According to the American Nurses Association, one thing I can do is advocate for safe staffing. I will post a link below where you can take action to contribute to the solution. If you are contributing to the problem by taking unsafe number of patients, I suggest you do your homework. Find out how to report unsafe staffing, tell your charge nurse, manager, etc., that you are not comfortable taking on more than you can handle safely. Remember, it’s your license to protect!
A nurse may not be your financial adviser, but nurses may be able help you make sound financial decisions that can save you hundreds, even thousands, on medical bills. Nurses play an important role in our health. Anyone who’s been admitted to a hospital knows that they are the frontliners–always there to address patient needs. But did you know that their role goes beyond changing IV fluids and taking vitals?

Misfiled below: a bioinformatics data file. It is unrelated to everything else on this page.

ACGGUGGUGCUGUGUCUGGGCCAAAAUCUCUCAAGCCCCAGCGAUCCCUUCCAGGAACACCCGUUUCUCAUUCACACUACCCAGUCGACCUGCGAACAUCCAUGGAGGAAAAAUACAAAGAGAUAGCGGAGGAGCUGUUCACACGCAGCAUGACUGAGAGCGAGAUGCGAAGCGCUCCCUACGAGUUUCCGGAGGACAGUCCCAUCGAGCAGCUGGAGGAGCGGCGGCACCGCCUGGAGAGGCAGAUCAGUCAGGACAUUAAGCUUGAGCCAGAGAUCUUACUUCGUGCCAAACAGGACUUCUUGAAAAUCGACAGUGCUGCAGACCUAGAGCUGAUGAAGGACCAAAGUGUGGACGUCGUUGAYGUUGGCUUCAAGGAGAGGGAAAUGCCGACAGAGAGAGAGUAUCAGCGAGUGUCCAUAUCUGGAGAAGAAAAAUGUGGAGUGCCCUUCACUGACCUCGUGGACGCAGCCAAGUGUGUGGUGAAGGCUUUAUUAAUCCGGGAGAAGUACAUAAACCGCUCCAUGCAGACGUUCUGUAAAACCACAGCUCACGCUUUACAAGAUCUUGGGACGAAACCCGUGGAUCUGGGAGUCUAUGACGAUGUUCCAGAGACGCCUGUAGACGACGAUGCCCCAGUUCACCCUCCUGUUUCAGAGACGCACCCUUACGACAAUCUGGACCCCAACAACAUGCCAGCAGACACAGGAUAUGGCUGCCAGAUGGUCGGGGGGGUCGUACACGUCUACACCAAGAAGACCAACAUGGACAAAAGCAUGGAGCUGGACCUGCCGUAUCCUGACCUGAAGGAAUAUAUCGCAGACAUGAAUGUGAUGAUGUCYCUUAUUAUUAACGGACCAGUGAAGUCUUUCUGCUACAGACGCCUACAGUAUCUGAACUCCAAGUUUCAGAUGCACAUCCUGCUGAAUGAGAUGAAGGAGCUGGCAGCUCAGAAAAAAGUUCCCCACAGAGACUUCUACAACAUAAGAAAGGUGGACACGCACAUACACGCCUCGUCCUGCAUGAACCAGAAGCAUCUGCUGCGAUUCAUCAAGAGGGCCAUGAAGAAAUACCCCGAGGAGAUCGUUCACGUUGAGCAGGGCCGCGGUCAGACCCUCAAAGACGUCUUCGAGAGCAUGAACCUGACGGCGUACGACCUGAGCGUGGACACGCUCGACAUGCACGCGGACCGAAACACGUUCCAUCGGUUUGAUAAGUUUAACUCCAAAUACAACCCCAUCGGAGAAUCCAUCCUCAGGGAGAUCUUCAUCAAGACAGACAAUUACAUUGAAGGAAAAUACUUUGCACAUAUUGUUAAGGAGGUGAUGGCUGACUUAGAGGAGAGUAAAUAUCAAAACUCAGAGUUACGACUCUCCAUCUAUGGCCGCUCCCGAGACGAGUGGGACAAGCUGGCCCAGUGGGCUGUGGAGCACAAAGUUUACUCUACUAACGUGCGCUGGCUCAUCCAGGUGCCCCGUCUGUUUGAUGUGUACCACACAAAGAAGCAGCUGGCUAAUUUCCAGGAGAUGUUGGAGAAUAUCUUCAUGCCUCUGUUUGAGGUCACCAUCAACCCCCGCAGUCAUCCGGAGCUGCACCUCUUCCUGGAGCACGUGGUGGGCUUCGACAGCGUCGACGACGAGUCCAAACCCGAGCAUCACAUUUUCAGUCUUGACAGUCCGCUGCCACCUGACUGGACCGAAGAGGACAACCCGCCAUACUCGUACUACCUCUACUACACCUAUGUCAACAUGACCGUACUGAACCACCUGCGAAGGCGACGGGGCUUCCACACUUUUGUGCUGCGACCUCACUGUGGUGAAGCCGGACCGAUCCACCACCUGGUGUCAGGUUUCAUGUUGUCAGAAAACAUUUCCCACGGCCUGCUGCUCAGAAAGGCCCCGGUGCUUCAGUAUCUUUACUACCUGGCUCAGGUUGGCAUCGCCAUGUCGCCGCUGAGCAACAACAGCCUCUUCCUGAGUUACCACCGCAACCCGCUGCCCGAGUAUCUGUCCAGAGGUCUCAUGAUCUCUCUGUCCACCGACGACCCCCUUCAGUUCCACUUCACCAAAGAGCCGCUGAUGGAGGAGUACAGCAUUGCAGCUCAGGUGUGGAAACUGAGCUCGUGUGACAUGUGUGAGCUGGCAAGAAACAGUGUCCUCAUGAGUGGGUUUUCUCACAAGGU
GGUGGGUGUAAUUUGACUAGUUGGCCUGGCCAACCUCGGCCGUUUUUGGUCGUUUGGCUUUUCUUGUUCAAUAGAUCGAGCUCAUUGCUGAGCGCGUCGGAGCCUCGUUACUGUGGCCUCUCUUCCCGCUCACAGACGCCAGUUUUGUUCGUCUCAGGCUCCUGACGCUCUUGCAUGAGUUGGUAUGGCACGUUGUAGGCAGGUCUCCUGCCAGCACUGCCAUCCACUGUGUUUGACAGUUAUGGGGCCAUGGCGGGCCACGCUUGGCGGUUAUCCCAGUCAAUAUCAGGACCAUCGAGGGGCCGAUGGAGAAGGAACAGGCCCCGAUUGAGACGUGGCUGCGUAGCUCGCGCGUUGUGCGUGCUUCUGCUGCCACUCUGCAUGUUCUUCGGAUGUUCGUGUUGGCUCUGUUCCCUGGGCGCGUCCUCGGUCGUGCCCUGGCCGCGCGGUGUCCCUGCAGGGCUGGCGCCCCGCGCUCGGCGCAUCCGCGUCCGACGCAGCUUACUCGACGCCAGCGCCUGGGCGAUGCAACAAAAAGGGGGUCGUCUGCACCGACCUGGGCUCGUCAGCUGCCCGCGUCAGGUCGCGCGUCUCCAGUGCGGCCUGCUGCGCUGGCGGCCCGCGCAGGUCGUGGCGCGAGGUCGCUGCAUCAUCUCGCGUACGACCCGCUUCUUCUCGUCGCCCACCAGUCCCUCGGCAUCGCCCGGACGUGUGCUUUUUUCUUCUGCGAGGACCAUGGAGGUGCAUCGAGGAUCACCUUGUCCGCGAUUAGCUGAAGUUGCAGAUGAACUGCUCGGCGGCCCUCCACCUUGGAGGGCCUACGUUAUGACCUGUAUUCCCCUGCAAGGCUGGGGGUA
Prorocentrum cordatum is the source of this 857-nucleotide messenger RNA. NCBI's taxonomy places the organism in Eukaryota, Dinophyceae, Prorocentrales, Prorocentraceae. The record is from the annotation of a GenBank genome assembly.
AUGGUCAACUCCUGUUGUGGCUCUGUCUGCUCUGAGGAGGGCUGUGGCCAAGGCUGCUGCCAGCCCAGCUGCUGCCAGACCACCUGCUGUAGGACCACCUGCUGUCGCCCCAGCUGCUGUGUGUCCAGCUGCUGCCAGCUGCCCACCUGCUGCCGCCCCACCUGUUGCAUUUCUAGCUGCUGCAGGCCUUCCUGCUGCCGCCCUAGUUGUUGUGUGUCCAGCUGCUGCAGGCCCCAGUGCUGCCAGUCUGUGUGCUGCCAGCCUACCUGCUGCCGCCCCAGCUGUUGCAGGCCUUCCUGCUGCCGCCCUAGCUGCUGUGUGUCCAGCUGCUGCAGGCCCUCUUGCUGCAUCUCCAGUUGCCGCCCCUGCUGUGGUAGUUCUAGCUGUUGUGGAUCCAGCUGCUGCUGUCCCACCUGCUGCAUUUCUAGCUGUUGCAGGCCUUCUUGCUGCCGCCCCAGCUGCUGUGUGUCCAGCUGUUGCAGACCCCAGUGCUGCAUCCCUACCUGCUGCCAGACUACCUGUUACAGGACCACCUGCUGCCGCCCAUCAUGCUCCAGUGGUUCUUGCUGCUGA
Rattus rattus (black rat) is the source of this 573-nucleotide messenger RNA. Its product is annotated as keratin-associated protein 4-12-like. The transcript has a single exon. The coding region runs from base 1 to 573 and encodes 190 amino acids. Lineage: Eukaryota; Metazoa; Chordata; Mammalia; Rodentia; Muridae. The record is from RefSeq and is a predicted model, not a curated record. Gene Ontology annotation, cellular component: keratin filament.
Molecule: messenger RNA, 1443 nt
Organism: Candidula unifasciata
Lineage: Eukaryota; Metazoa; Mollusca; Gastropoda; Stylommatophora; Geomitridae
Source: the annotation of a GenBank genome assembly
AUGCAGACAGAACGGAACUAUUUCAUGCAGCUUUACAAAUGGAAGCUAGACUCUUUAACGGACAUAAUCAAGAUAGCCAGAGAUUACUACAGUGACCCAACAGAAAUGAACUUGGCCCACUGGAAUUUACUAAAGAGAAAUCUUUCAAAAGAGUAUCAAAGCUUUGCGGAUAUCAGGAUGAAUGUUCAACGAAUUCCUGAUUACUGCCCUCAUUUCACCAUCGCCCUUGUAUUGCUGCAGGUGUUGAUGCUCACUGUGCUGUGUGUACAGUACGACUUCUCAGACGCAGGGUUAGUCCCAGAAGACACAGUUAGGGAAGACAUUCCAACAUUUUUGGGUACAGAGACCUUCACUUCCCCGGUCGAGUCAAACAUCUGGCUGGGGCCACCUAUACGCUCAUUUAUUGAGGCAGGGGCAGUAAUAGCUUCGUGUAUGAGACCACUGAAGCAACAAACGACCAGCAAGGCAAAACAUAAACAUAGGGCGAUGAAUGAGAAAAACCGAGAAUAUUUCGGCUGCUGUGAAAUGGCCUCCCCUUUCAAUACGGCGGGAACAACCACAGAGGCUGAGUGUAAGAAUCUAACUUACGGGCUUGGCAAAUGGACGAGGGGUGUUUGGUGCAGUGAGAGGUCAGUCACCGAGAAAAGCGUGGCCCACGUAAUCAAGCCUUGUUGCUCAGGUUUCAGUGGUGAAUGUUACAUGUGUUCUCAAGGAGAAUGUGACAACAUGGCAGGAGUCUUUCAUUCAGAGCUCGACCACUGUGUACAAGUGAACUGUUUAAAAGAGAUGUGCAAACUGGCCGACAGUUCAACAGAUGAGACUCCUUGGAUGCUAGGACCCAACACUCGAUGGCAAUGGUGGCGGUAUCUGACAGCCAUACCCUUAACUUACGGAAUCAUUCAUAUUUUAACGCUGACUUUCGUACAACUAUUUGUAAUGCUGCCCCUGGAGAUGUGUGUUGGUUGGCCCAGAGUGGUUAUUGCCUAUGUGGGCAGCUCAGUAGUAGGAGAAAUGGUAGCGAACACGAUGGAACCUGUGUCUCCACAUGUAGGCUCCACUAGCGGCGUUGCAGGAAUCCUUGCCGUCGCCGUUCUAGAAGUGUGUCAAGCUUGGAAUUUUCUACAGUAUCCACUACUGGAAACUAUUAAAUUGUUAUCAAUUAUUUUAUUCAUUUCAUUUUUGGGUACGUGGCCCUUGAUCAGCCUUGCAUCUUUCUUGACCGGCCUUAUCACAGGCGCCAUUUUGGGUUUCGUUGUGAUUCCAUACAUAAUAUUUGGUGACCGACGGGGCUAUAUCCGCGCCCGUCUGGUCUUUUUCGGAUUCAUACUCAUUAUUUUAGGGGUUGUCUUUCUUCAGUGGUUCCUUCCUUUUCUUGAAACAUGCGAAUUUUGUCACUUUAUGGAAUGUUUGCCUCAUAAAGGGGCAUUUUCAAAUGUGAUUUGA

It’s clear that being and advocate automatically makes you a target, but does it make you un-hirable? Nurse K at Crass Pollination gives an interesting and valid perspective about the Amanda Trujillo case and advocacy. In her opinion, and likely many others, what Amanda has done by advocating for her patient, herself, and all nurses is tantamount to career suicide. She also discusses what happens when nurses within an organization speak up and the measures administration often go through to oil the squeaky wheel.
Being a nurse involved with social media certainly has its challenges. Once you get over the fear of losing your job for your blog or twitter account, there is a honeymoon period. During this time you feel empowered and exhilarated by your ability to have a voice and make an impact online. You use this voice to make an impact on the issues that matter to you and your profession.
True advocacy means making a difference